Life from Sustenance

There is nothing more non-negotiable than death

There are other things non-negotiable in life

Life comes with needs that death absolves

Life requires food, water, air, and shelter

Shelter in the embrace of mother’s arms

Shelter in the embrace of the kitchen

Kitchen the place where I tend to needs

Kitchen the place where I nourish our souls

Souls grieving and hungry for sustenance

Souls healing as bodies are fed

Fed food that is created with love

Fed by my efforts to learn something new

New skills practiced as I prepare each dish

New repertoire growing as I learn

Learn to accept the challenges

Learn to consider everyone’s tastes

Tastes and nutrition blending together

Tastes changing as teens grow

Grow into acceptance of what we’ve lost

Grow into new ways of doing and being

Being more helpful than they once were

Being patient with my mistakes

Mistakes are part of the trial and error

Mistakes can be a path to wisdom

Wisdom gained with each meal served

Wisdom seasoned with reality

Reality that I’m their only parent

Reality that it’s now all up to me

Me the mother who married a chef

Me the one who hadn’t cooked

Cooked only begrudgingly

Cooked things no one wanted to try

Try now to overcome the aversion

Try to create culinary excitement

Excitement at every success

Excitement at my new competence

Competence breeds confidence

Competence becomes independence

Independence is a kind of balm

Independence is another kind of food

Food for bodies and food for souls

Food that sustains me as I become

Become the mistress of the kitchen

Become comfortable in this new life

Life goes on even after his death

Life goes on and needs sustenance

Sustenance for our bodies and souls

Sustenance and delight nourished

Nourished

Souls

It’s been three months today since Jim died, and I became the sole provider for my children Cooking wasn’t something I did; Jim was a talented professional chef even when we met, and, though I had enjoyed cooking when I was single, I knew when I was outclassed.
From early ages, the kids knew it too. As an eight-year-old, Jeremiah once joked, “Mom, if I want you to make me scrambled eggs, I’ll ask you for an omelette.”

So, while Jim was alive, he did the bulk of the shopping and cooking.

Obviously, that’s changed.

I bought an Instant Pot shortly after his diagnosis, it’s been my salvation. I don’t enjoy “babysitting” food while it cooks, and I’m not especially good at it. I tend to get busy with writing or cleaning or reading or being with the kids or breathing….and things go wrong. With the Instant Pot, things take far less time, and, because it’s programmable, I can do other things while it cooks, like raking the yard, taking a shower, or writing blog posts.

I’ve used it for things I might not have made otherwise: steel cut oatmeal, sweet potato and butternut squash soup, whole roast chickens – and even bone broth!

It’s given me a new sense of competence, and, because it is so versatile, I’m buying ingredients rather than the prepackaged meal options I might otherwise have resorted to. That’s better for the budget, and our health…and every new dish (even the disappointingly oversteamed asparagus) builds my knowledge base and my certainty that I can indeed feed us.

That’s it for me…later on, I’ll be making soup from my own stock, and roasting yet another chicken.  Yum!

Come on back tomorrow, where we’ll be laughing our way to death…and beyond.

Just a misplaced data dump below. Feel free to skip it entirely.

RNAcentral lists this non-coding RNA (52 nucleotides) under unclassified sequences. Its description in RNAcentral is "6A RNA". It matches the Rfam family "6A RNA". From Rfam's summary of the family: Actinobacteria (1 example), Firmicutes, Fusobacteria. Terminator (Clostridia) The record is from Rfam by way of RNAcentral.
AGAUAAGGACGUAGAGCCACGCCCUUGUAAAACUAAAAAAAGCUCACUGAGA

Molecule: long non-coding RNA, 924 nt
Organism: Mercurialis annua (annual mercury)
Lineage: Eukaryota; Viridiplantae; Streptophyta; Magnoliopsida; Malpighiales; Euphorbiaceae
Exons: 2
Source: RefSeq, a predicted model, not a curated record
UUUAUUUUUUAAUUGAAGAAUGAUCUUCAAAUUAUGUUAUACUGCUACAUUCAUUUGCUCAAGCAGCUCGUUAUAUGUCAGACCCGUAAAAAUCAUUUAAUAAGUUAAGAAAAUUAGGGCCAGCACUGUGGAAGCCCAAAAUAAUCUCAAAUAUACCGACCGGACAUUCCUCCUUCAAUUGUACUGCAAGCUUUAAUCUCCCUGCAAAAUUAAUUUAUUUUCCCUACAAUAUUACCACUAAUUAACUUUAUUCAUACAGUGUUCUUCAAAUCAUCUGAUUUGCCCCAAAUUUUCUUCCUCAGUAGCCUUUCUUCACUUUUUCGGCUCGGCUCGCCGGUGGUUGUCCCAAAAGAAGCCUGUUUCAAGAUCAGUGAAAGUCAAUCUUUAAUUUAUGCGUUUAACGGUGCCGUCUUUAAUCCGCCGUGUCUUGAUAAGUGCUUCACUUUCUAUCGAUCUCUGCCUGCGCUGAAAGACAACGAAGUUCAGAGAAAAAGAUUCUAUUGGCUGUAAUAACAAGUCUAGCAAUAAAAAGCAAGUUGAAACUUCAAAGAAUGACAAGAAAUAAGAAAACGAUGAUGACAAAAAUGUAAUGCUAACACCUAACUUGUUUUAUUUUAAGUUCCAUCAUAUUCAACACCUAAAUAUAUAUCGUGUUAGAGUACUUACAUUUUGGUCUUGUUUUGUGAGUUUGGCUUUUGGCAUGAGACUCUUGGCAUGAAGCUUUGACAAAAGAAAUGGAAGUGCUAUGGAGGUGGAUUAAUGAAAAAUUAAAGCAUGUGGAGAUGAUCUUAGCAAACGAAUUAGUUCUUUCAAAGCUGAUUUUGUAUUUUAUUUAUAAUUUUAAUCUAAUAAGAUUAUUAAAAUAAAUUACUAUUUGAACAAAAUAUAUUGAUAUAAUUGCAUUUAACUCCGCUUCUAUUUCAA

Get the whole kit and caboodle of K posts!

Posted in #atozchallenge, April CampNaNoWriMo 2018, Blogfest Entries, Blogging from A toZ April Challenge, Challenges and Contests, Life Writing, My Poetry, poetry, slices of life, writing, Writing Sample

I is for Increasing Incapacity: #atozchallenge Day 9

 

Time Before Alone

Once before cancer came

Once upon a time

Time was he was strong and one

Time he lifted a washer in his hug

Hug me as though he was a bear

Hug so safe so secure so warm

Warm embrace and gentle soul

Warm willingness to help any and all

All parts of this lumberjack of a man I love

All things I took for granted would always stay

Stay strong and healthy for another two decades

Stay with me as we grew happily old together

Together like we were back in Sedona

Together climbing red rocks my hand in his hand

Hand strong and certain touching me and cradling babies

Hand broken by trauma but still artful and nimble

Nimble until the ravages of disease came

Nimble until growing weakness made them tremble

Tremble that troubled him when it first came

Tremble that echoed down into each muscle

Muscle consumed by rampant multiplicity of cells

Muscle once so capable rendered insubstantial

Insubstantial losses at first until he fell

Insubstantial no longer as he lay on the floor

Floor now a terrain that thwarted independence

Floor only crossed when he had extra support

Support given and accepted but bittersweet

Support of my hug as he cried anguished tears

Tears on my shoulder as he leaned into me

Tears because he wasn’t ready for this

This relentless assault on all that he was

This proof that this was not a bad dream

Dream of some miracle that had yet to be

Dream become a nightmarish reality

Reality of the walker the exhaustion

Reality of increasing shaky frailty

Frailty as his body wasted away

Frailty of mind as lucidity faded

Faded off into delusional dreaming

Faded away taking him somewhere distant

Distant undiscovered country waiting

Distant eyes of this man that I love

Love transforming as he goes further away

Love can’t make this journey shared

Shared bed where we exist in two separate planes

Shared memories of two decades now mine alone

Alone now but still held by his gentle strength